What should happen to a couple’s embryos after they split up?
Updated: Sep 9, 2020
Each year, an increasing number of New Zealand couples are undergoing IVF treatment in the hope of becoming parents.
For some, it goes well, but others aren't so lucky. It can be a stressful and lengthy process lasting several months, or even years, that ultimately isn't successful. Some couples may spilt up and put a halt to treatment before a child is conceived.
The kicker is, these separated couples may have unused frozen embryos in storage. Depending on the woman's age or any existing fertility issues, these may provide her with her last chance of having her own genetic children.
So what happens if she wants to use them but her ex-partner doesn't?
Dr John Peek of Fertility Associates says this is an emerging issue in New Zealand as a number of clients have split and then found themselves in a legal grey zone. As a result, the New Zealand Advisory Committee on Assisted Reproductive Technology is currently preparing advice on appropriate law changes for the Minister of Health in order to provide some clarity.
The Committee often looks at legal developments in other countries before providing advice on complex issues such as this, and may start with the UK.
Separated couple Natallie Evans and Howard Johnston couldn't agree on what to do with their embryos post split and became embroiled in the most high profile case to date. Their lengthy legal battle lasting five years began in the British legal system and after four appeals was ultimately settled in the European Court of Human Rights.
Evans, who had major fertility issues as a result of undergoing treatment for ovarian cancer, argued that because the embryos provided her with her last chance of having her own genetic children she should be able to use them.
In other words, her right to become a mother should trump her ex-partner's right not to be forced into becoming a father.
In response, Johnston argued that he only consented to the use of the embryos while he was in a relationship with Evans and since they had separated, she should not be able to use them.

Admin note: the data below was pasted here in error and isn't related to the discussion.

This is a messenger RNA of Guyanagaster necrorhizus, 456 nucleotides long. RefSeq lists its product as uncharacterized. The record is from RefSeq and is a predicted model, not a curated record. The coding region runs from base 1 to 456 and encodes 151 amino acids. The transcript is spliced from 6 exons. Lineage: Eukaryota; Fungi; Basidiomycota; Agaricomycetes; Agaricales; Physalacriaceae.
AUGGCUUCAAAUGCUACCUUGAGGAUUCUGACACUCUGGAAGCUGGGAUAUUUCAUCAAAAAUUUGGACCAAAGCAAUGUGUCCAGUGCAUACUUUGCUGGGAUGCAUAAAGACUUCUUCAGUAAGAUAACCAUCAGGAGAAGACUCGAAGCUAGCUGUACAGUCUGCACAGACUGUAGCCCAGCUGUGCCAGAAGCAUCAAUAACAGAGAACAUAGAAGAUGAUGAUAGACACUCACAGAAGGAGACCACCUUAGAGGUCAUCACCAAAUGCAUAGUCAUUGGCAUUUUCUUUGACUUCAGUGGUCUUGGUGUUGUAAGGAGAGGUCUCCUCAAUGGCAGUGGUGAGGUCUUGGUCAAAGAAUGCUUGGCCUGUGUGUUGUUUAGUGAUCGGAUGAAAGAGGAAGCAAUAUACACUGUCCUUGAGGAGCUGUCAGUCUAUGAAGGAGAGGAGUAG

To complicate matters, several years had passed by the time of the final appeal and Johnston was in a new relationship with a different woman.
In a split decision, five of the seven Judges ruled in Johnston's favour and ordered that the embryos be destroyed. They expressed great sympathy for Evans but concluded that the couple had only consented to IVF treatment together as a couple on the relevant forms they signed – nothing more – and since they had separated Evans could not use the embryos.
The Judges also concluded that neither men nor women should be forced into parenthood and in the reverse situation where a male ex-partner wanted to use embryos, they would have reached the same conclusion.
This landmark case set a precedent in the UK and most of Europe. In other countries, such as the United States, it remains a contested issue. Courts in some states have followed the UK approach but others have allowed the women involved to use the contested embryos.
The facts of these cases vary widely – in some the women did not have fertility issues as the result of cancer treatment like Evans, but rather had fertility issues due to their age. As with Evans, they did not regard adoption or having a child with an egg donor as appealing equivalent alternatives.
Celebrities have also found themselves tangled in disputes over embryos.
Actress Sofia Vergara and her ex-fiancée, businessman Nick Loeb, are in an ongoing legal battle over their last two frozen embryos which they originally planned to have implanted into a surrogate.
In an open letter to the New York Times in August last year, Loeb wrote that he was desperate to become a parent and regarded the two female embryos as his unborn children. Due to his religious beliefs, he does not want them to be destroyed or stored in a freezer forever.
Vergara has since married actor Joe Manganiello and is standing firm in her view that Loeb should not be able to use the embryos.
Closer to home, we could take the all or nothing approach and ban the use of remaining embryos if one ex-partner won't consent, or allow it.
Another option could be to let one ex-partner use the embryos but on the basis that the other ex-partner is treated as if they were a sperm or egg donor. In other words, they would have no financial responsibility towards the child and no parental rights to access, unless a voluntary arrangement could be reached.
In any case, the child would have the right to find out the identity of the person if they wanted to once they turned 18.
No matter what we decide, New Zealand couples thinking about undergoing IVF, or currently going through it, need to have a very honest conversation about should happen to the embryos if they did split. Like conversations about pre-nups, this sort of conversation may be equally uncomfortable and revealing, but at the end of the day honesty is arguably the best policy.
This article was also published on stuff.co.nz